So you’re really, really broke. We get it—we’re journalists. The cheap eats within these pages are inexpensive, sure, but not on a living-the-dream budget. I decided to see if I could eat even more cheaply—and I totally won, eating breakfast, lunch and dinner for two days for just $8.39. Here’s how.
Friday, breakfast: PSU sports bar The Cheerful Tortoise (1939 SW 6th Ave., 224-3377, cheerfultortoise.com) offers a breakfast special for $1.99: half a plate of hash browns, an egg (maybe two) and a couple pieces of toast. Everything’s got an oily sheen, but it’s nothing worse than at your standard greasy spoon.
Friday, lunch: The bizarrely anachronistic Leo’s Non-Smoking Coffee Shop (837 SW 11th Ave., 228-1866, cash only) looks like a cross between a doctor’s-office waiting room and a 1950s diner. The service is old-school: When I left my seat momentarily, I returned to find a laminated slip of paper reading “Reserved” at my place. The prices, too, are Atomic Age: Nothing on the menu tops $5. Try the egg-salad sandwich ($2.95); with fresh-tasting eggs and zippy mustard, it has a classic, brown-bag charm.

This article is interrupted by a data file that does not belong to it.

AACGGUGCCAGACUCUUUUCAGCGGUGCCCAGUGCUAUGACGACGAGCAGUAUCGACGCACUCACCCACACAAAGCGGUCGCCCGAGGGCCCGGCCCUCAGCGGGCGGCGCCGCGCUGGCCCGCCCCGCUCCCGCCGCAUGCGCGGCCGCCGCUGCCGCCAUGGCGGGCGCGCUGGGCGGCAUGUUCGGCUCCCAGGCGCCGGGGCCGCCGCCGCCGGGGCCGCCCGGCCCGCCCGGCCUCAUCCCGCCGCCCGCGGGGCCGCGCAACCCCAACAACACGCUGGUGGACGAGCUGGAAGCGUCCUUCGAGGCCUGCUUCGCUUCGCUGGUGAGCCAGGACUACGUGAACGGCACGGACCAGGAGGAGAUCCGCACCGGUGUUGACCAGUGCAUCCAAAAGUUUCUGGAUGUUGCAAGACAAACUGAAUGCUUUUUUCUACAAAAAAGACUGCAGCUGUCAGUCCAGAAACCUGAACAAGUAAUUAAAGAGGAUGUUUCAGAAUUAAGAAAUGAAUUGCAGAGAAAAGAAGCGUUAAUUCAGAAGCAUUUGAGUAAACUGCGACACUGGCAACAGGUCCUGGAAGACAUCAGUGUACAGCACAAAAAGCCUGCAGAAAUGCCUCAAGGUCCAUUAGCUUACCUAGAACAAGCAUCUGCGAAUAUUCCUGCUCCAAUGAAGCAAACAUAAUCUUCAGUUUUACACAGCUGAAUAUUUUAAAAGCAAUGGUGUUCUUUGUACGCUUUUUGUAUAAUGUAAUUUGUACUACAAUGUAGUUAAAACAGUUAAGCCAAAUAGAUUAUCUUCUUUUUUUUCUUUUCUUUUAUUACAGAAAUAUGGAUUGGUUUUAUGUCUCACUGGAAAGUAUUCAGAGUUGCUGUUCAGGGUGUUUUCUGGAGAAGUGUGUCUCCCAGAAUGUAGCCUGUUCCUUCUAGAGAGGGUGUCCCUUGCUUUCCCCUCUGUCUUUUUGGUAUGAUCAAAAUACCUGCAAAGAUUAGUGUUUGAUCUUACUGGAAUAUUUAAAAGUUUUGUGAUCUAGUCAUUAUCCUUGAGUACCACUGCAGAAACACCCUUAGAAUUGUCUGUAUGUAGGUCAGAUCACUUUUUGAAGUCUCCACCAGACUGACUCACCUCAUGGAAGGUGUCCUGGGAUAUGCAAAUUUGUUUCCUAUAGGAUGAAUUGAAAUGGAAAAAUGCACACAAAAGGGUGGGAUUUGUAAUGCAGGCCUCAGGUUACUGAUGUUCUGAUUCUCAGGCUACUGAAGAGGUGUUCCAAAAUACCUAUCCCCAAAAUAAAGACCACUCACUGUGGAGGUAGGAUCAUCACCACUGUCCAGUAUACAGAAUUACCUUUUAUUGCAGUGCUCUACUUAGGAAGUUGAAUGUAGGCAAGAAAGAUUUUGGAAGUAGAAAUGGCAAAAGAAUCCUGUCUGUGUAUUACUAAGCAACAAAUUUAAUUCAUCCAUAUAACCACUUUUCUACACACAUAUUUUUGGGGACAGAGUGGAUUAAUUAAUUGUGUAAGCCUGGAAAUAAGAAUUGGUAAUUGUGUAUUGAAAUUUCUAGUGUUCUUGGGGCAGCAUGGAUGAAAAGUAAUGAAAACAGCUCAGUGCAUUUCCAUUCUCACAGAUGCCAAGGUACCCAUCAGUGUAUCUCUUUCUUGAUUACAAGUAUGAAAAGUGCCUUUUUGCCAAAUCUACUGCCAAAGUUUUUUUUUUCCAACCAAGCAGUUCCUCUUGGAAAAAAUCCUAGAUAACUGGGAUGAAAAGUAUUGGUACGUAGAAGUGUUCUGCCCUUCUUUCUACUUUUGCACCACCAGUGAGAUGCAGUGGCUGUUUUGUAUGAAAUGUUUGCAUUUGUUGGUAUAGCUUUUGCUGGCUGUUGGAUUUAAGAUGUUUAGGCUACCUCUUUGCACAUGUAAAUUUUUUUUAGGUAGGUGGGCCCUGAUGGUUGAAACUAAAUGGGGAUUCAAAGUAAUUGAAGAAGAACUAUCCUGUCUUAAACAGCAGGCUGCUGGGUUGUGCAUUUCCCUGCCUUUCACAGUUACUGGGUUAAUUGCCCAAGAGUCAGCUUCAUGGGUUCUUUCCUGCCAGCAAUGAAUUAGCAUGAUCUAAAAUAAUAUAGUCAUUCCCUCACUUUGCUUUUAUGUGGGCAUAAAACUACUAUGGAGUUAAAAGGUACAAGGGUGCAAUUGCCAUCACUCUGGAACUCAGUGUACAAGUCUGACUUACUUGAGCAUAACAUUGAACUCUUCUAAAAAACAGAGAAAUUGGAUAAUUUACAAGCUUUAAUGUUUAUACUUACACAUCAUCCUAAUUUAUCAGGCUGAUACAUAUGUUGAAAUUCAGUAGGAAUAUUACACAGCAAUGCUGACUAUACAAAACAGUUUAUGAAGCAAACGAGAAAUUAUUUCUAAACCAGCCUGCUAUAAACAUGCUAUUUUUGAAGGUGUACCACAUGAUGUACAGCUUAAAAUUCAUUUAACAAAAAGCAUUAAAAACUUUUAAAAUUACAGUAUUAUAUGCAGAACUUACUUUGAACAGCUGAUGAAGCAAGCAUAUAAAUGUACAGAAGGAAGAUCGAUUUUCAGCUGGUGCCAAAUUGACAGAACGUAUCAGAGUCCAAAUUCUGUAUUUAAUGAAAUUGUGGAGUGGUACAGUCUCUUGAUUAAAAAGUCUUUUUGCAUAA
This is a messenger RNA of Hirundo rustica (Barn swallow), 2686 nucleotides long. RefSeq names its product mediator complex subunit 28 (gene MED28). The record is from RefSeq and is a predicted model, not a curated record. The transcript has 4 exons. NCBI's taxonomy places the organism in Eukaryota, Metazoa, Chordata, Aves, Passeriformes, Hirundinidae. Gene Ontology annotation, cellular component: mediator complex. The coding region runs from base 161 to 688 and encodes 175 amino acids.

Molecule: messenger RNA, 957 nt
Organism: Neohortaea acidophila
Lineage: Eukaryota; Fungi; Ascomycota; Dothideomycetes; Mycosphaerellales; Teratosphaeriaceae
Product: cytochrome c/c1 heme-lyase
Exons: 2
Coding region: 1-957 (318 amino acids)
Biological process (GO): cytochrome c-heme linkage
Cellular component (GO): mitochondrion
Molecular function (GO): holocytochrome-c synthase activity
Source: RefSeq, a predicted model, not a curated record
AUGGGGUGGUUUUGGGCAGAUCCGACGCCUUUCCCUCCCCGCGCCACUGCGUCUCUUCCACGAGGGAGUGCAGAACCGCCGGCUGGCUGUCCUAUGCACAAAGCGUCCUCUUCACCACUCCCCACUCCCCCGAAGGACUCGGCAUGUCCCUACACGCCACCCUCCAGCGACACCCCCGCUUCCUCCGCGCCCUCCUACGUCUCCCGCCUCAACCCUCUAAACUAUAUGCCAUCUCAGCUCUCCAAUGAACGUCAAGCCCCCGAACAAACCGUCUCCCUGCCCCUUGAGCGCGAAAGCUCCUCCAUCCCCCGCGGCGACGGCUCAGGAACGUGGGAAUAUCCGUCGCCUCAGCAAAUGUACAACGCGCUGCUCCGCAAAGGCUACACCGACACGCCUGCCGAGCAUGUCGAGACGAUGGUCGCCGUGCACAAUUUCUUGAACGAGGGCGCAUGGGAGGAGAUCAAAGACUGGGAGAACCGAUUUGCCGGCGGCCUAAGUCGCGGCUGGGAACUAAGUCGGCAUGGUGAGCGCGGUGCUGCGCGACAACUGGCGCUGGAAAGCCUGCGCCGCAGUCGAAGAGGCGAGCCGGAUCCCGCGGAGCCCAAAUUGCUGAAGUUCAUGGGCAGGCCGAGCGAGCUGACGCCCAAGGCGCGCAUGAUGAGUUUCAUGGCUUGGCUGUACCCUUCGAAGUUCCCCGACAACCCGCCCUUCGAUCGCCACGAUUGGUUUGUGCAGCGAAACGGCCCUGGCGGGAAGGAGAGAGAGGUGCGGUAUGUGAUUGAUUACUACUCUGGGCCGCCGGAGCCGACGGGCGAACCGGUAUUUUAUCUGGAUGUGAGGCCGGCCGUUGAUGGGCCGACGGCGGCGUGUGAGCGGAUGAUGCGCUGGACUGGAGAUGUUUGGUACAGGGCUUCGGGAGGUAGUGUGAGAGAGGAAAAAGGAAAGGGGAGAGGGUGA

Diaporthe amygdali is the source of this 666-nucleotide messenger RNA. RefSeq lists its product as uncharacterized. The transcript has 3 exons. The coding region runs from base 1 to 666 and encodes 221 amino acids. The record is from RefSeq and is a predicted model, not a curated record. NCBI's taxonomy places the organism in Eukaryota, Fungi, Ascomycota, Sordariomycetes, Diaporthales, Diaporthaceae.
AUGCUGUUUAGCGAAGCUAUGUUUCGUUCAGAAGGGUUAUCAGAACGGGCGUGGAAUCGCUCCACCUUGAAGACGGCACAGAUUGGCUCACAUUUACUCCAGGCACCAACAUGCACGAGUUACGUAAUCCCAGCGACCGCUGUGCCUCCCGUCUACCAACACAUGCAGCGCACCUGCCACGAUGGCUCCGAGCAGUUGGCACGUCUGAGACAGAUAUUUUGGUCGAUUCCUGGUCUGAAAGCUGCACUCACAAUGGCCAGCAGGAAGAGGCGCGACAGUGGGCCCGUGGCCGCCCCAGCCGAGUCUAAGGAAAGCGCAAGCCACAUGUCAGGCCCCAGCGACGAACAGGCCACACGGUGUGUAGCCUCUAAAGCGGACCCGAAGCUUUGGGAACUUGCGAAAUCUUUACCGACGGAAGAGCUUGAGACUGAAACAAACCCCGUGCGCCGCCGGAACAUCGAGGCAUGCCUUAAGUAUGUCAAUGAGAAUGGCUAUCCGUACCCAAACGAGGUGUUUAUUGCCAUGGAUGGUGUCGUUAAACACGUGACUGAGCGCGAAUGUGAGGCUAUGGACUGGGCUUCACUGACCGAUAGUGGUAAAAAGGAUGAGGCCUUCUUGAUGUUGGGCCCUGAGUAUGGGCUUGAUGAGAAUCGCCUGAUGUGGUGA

Friday, dinner: During its Aperitivo Happy Hour every Friday evening, Holocene (1001 SE Morrison St., 239-7639, holocene.org) serves free appetizers. The bite-sized dishes are unmistakably mass-produced, but tasty. One recent evening, they included rice salad with refreshing Asian pear, silver-dollar-sized sausages dabbed with snappy mustard and decadently moist apple cake with creme anglaise.
Saturday, breakfast: A plate of scrambled eggs, breakfast potatoes and bacon at IKEA’s cafeteria (10280 NE Cascades Parkway, 282-4532, ikea.com/us/en/store/portland/storeInfo) costs 99 cents. But, as with the Swedish furniture maker’s stylishly designed but sloppily constructed home products, looks can be deceiving. The eggs are of some Scandinavian dystopia, more Soylent Green than dairy, while the bacon’s texture is reminiscent of accidentally eating a piece of a wrapper.
Saturday, lunch: The banh mi at Binh Minh Bakery (6812 NE Broadway, 257-3868) are $2.50. They aren’t the best Vietnamese sandwiches I’ve had—both the bean curd and the pulled pork come on properly crispy baguettes, but are filled somewhat skimpily—but Binh Minh boasts an uncommonly wide selection.
Saturday, dinner: Tiki karaoke bar the Alibi (4024 N Interstate Ave., 287-5335) serves a free Hawaiian buffet every Saturday at midnight. Load a plate with macaroni, surprisingly well-prepared pulled pork and teriyaki-sauce-coated chicken wings, then order a Singapore Sling—it’ll take both kinds of fortification to really sell “I Wanna Dance with Somebody.”